A few of the insects you will find in the Guadalupe Tailrace are common in other tailrace fisheries. BWO Blue Wing Olives, PMDs Pale Morning Duns, Caddis, Tricos are the prevalent insects.

Although, many trout are taken on dry fly imitations of the insects mentioned above, trout spend anywhere from 80-90 percent of their time feeding below the surface on the immature forms of aquatic insects. The point here is don’t forget the nymph and midge box when you fish the Guadalupe tailrace!

I’ve been fishing the “Guad” for 15 plus years and full time for the last 9 years. What I’ve found to be the most productive method for trout is nymping. I use a dropper set up with an indicator. It consists of an indicator placed about 11/2 – 2 times the depth of the water. In other words, if you are fishing 3′ depth of water, your indicator should be about 51/2′- 6′ up the leader from the top fly. If you are using a spit shot it should be from the split shot, which is placed about 4″-6″ above the first fly. The top fly is used as an attractor, something to get their attention. Normally I use #14-16 for the top fly. The dropper fly is much smaller, #18-22. This fly is what I call trout candy. You would be amazed at the number 18″- 26″ trout are caught on a #22 size fly.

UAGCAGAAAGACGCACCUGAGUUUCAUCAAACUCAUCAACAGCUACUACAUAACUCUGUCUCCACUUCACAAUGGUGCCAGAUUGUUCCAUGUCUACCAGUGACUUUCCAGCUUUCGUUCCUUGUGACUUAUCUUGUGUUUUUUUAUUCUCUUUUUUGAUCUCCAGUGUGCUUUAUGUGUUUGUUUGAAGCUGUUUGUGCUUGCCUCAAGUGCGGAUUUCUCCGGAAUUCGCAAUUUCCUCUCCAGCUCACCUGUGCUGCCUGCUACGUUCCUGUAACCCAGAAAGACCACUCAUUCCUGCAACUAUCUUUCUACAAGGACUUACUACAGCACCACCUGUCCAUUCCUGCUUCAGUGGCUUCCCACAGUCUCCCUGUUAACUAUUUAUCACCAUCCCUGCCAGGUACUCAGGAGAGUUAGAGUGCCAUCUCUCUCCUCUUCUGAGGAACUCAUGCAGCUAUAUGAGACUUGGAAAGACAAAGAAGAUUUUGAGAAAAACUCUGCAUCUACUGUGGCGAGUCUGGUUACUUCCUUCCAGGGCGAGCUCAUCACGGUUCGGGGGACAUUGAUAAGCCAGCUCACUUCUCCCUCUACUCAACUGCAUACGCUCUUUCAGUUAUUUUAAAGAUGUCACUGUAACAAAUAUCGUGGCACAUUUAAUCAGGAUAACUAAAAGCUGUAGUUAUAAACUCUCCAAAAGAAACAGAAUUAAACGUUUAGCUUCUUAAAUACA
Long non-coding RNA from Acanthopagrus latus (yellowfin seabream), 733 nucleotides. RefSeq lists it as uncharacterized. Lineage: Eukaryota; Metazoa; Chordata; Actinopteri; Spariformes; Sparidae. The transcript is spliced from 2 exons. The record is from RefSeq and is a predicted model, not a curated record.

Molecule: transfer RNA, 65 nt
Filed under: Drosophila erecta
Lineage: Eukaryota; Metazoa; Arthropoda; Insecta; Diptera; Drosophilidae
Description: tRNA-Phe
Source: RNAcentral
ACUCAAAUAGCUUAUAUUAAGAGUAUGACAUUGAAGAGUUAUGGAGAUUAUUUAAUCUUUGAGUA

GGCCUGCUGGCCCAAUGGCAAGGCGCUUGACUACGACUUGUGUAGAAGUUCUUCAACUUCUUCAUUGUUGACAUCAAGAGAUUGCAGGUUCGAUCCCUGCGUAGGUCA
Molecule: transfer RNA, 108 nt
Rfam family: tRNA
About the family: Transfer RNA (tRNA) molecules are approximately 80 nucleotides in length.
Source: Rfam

If you’re not getting hook-ups go deeper. Add weight until you finally hit bottom, then back off a little. I think, one of the reasons trout eat sub-surface food 80-90% of the time is, they are more likely to take food below them than above. Change flies often, this is hard to do, but if they don’t take it in ten casts, the odds are they won’t ever.

Line control is a must. You will hear that you must have a dead-drift to be effective. You want a controlled drift, not always a dead drift. Sometimes you want to agitate your nymphs. If you’re in a slow moving section of the river, a lot of times giving the nymphs some action helps the fishing. If you think about it, lots of fish are caught on the swing, the end of the drift when the fly begins to get down stream tension bringing the flies off the bottom, enticing a strike. It is the movement of the fly that entices the strike.

Where trout hold on the “Guad”